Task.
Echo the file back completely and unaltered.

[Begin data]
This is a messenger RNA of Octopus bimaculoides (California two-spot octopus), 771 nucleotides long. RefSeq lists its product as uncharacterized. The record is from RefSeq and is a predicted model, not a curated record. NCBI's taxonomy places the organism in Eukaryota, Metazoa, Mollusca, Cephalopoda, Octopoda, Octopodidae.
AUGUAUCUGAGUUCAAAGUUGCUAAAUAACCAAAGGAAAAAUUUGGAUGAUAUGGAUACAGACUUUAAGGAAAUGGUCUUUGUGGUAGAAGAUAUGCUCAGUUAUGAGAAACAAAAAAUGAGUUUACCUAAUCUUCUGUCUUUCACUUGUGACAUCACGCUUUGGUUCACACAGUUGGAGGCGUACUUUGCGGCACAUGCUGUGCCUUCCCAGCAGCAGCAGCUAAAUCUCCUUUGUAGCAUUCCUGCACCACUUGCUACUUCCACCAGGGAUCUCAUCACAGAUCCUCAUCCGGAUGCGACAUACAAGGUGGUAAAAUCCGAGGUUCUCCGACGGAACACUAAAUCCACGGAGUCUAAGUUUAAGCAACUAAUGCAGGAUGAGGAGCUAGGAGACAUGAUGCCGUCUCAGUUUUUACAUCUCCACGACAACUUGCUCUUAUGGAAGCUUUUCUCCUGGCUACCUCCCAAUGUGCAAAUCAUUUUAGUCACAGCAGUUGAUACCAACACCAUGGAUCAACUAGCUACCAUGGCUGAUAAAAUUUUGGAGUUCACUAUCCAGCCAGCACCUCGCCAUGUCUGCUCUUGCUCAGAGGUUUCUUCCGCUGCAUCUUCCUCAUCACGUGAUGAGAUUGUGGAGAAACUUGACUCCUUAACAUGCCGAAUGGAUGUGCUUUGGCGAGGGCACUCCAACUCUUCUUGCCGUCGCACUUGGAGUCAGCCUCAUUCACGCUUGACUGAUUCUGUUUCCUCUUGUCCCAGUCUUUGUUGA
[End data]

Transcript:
This is a messenger RNA of Octopus bimaculoides (California two-spot octopus), 771 nucleotides long. RefSeq lists its product as uncharacterized. The record is from RefSeq and is a predicted model, not a curated record. NCBI's taxonomy places the organism in Eukaryota, Metazoa, Mollusca, Cephalopoda, Octopoda, Octopodidae.
AUGUAUCUGAGUUCAAAGUUGCUAAAUAACCAAAGGAAAAAUUUGGAUGAUAUGGAUACAGACUUUAAGGAAAUGGUCUUUGUGGUAGAAGAUAUGCUCAGUUAUGAGAAACAAAAAAUGAGUUUACCUAAUCUUCUGUCUUUCACUUGUGACAUCACGCUUUGGUUCACACAGUUGGAGGCGUACUUUGCGGCACAUGCUGUGCCUUCCCAGCAGCAGCAGCUAAAUCUCCUUUGUAGCAUUCCUGCACCACUUGCUACUUCCACCAGGGAUCUCAUCACAGAUCCUCAUCCGGAUGCGACAUACAAGGUGGUAAAAUCCGAGGUUCUCCGACGGAACACUAAAUCCACGGAGUCUAAGUUUAAGCAACUAAUGCAGGAUGAGGAGCUAGGAGACAUGAUGCCGUCUCAGUUUUUACAUCUCCACGACAACUUGCUCUUAUGGAAGCUUUUCUCCUGGCUACCUCCCAAUGUGCAAAUCAUUUUAGUCACAGCAGUUGAUACCAACACCAUGGAUCAACUAGCUACCAUGGCUGAUAAAAUUUUGGAGUUCACUAUCCAGCCAGCACCUCGCCAUGUCUGCUCUUGCUCAGAGGUUUCUUCCGCUGCAUCUUCCUCAUCACGUGAUGAGAUUGUGGAGAAACUUGACUCCUUAACAUGCCGAAUGGAUGUGCUUUGGCGAGGGCACUCCAACUCUUCUUGCCGUCGCACUUGGAGUCAGCCUCAUUCACGCUUGACUGAUUCUGUUUCCUCUUGUCCCAGUCUUUGUUGA